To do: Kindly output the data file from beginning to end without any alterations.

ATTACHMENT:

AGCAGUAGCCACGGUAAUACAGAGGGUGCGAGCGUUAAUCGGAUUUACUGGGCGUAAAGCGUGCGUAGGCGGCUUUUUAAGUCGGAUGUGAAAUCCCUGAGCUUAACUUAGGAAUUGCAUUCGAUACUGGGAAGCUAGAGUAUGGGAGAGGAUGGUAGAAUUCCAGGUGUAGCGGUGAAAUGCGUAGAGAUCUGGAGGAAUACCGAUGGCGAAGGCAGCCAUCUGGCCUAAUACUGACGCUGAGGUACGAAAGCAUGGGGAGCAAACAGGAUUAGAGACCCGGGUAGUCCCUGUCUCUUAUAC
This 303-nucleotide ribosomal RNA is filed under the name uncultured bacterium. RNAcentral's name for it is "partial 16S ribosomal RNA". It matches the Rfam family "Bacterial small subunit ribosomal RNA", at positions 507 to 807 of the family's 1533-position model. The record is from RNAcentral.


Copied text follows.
AGCAGUAGCCACGGUAAUACAGAGGGUGCGAGCGUUAAUCGGAUUUACUGGGCGUAAAGCGUGCGUAGGCGGCUUUUUAAGUCGGAUGUGAAAUCCCUGAGCUUAACUUAGGAAUUGCAUUCGAUACUGGGAAGCUAGAGUAUGGGAGAGGAUGGUAGAAUUCCAGGUGUAGCGGUGAAAUGCGUAGAGAUCUGGAGGAAUACCGAUGGCGAAGGCAGCCAUCUGGCCUAAUACUGACGCUGAGGUACGAAAGCAUGGGGAGCAAACAGGAUUAGAGACCCGGGUAGUCCCUGUCUCUUAUAC
This 303-nucleotide ribosomal RNA is filed under the name uncultured bacterium. RNAcentral's name for it is "partial 16S ribosomal RNA". It matches the Rfam family "Bacterial small subunit ribosomal RNA", at positions 507 to 807 of the family's 1533-position model. The record is from RNAcentral.